Move over, Mickey Mouse hats! Some special Disneyland souvenirs made their debut this week — but the one-of-a-kind keepsakes have actually been on the amusement park’s grounds for years. With its new upcycling initiative, Disneyland is offering guests the opportunity to take a little piece of the park home with them, helping salvage the resort’s “end-of-life” trees and planting new ones in the process.  

The project was conceived by aptly named Disneyland urban forester and cast member Rhonda Wood. “I’ve been here for 25 years. I started off as a gardener and a climber pruning trees, and getting rid of trees never gets easy,” she said in a release on the Disney Parks Blog. And for some guests, the park’s trees are as much a part of the magic as the rides and characters: many a marriage proposal has taken place beneath them. 

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So when several large trees around the Pirates of the Caribbean attraction reached the end of their life cycle — the point at which they’d typically be removed and converted to mulch — Wood convinced Disney to go in another direction. With the help of forestry innovators Daniels Wood Land, the park memorialized the trees by turning them into limited-edition mementos. 

“These are living elements that have been in the park for generations, and I’m grateful to have the opportunity to create a program that can give those trees a new path,” Wood said.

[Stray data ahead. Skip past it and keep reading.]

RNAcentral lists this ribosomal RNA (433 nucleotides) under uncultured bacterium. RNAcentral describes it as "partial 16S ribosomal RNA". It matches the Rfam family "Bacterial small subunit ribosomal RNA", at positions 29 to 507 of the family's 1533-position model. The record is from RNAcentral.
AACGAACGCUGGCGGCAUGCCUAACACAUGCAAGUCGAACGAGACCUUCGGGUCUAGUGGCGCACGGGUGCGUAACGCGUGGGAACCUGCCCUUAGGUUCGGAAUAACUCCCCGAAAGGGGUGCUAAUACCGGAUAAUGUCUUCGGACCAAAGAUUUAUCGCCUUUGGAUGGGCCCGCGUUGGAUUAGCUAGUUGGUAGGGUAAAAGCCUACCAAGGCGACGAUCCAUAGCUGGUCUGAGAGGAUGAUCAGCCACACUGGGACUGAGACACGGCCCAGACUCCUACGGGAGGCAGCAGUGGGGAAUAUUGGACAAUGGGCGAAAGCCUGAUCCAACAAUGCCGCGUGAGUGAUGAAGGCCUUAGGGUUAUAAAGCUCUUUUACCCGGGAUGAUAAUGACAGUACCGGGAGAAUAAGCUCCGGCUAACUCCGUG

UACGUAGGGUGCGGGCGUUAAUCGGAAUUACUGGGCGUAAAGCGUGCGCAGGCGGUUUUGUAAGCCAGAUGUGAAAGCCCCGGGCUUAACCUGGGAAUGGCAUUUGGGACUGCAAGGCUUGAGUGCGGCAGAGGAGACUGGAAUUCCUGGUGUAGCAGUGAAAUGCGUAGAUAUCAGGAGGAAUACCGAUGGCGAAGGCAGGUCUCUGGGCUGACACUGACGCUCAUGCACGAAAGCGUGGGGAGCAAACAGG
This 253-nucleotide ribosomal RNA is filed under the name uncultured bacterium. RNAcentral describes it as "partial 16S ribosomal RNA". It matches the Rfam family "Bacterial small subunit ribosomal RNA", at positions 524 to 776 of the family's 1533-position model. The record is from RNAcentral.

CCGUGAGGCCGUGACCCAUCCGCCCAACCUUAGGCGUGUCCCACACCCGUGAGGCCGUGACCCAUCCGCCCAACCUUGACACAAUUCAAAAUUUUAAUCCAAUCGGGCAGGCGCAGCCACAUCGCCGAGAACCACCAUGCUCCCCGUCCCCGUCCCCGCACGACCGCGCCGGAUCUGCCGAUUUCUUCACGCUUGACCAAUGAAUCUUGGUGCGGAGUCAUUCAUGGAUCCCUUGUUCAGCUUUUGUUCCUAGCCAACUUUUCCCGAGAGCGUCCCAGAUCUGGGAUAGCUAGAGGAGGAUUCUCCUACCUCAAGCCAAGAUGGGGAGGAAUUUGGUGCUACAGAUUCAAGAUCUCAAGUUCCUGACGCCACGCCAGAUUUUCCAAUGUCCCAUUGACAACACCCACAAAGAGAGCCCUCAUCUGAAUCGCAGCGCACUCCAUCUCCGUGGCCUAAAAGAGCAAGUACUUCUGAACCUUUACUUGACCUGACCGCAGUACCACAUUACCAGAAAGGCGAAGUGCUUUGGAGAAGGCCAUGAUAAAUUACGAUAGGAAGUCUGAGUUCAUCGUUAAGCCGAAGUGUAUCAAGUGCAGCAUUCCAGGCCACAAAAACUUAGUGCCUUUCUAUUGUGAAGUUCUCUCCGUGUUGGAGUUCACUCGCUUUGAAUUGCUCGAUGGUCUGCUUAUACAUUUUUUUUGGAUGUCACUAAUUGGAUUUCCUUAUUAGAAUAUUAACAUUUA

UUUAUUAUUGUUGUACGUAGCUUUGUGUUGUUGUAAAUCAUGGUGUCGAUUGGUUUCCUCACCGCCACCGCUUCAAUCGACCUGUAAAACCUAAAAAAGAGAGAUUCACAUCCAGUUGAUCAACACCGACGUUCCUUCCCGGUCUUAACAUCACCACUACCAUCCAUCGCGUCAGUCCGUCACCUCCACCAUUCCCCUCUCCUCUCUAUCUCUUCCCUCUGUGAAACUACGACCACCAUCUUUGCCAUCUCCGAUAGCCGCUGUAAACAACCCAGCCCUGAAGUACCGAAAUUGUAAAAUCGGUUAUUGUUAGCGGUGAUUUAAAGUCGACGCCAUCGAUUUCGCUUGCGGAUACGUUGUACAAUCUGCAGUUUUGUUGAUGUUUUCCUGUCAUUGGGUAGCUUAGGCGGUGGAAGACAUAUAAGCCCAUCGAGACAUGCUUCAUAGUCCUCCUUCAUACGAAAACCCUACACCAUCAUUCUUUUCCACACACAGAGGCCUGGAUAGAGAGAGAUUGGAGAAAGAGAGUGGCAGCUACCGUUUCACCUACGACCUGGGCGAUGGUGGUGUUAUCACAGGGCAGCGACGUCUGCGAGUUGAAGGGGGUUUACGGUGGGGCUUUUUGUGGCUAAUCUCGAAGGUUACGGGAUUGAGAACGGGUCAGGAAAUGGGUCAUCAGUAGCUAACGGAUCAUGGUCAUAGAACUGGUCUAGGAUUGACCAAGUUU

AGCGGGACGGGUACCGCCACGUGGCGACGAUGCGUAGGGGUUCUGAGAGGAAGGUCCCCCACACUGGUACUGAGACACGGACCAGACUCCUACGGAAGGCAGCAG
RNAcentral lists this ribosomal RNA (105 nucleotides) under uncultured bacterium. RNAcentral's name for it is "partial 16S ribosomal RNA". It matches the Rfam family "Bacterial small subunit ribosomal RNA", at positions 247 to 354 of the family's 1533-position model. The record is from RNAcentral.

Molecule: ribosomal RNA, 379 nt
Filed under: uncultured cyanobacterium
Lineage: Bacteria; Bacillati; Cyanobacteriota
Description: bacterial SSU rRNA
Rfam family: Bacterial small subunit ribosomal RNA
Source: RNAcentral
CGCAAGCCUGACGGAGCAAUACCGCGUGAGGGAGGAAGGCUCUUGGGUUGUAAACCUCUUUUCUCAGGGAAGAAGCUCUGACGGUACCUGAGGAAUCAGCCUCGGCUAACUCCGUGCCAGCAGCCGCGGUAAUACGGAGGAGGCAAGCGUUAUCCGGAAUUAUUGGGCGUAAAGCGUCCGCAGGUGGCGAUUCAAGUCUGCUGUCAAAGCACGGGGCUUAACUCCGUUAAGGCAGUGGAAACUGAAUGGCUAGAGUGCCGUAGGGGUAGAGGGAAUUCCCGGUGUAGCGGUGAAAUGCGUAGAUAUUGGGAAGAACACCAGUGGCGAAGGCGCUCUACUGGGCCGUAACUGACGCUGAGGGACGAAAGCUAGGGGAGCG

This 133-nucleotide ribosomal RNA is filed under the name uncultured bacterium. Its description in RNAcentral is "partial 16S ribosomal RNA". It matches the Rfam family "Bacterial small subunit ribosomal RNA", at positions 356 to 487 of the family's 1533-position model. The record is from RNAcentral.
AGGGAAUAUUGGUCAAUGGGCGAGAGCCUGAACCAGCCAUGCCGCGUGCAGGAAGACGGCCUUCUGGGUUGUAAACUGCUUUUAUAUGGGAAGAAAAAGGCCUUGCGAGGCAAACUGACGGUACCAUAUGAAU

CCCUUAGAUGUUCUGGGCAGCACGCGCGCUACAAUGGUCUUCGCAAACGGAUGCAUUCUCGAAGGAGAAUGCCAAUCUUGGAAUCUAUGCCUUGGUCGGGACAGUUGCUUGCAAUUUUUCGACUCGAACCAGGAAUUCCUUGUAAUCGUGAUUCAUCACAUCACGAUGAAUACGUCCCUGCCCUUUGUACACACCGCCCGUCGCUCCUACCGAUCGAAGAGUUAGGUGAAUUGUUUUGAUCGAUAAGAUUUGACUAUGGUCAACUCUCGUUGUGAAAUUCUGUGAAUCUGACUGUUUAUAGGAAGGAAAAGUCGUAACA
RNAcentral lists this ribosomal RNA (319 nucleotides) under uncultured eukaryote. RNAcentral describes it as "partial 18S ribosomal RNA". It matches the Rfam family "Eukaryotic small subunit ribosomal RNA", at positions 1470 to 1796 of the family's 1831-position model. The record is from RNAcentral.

Wooden timelines were created out of a large portion of a tree trunk, the rings symbolizing meaningful events that had occurred since the popular ride opened in 1967. Another portion of the tree became ornate, hand-carved plaques, People reports. In addition, 1,000 small medallions were made from other aging trees around the resort, each branded with the type of tree and its original location in the park (for example, California Pepper Tree, Goofy’s Playhouse). 


To take the upcycling initiative a step further, Disney is donating $25,000 to TreePeople, an environmental organization dedicated to planting and caring for trees in Southern California. Disney has partnered with the nonprofit for decades: In 2008, it granted $1.5 million to help TreePeople reforest areas of California affected by fires. 

The medallions were handed out for free at this year’s D23 Expo (which the company calls “the ultimate Disney fan event), and a selection of the plaques and tree trunk timelines were made available for purchase directly after on September 11. The rest of the wooden collection of keepsakes will be sold at select Disneyland Resort Galleries; and as more trees reach their final days, more mementos will be produced.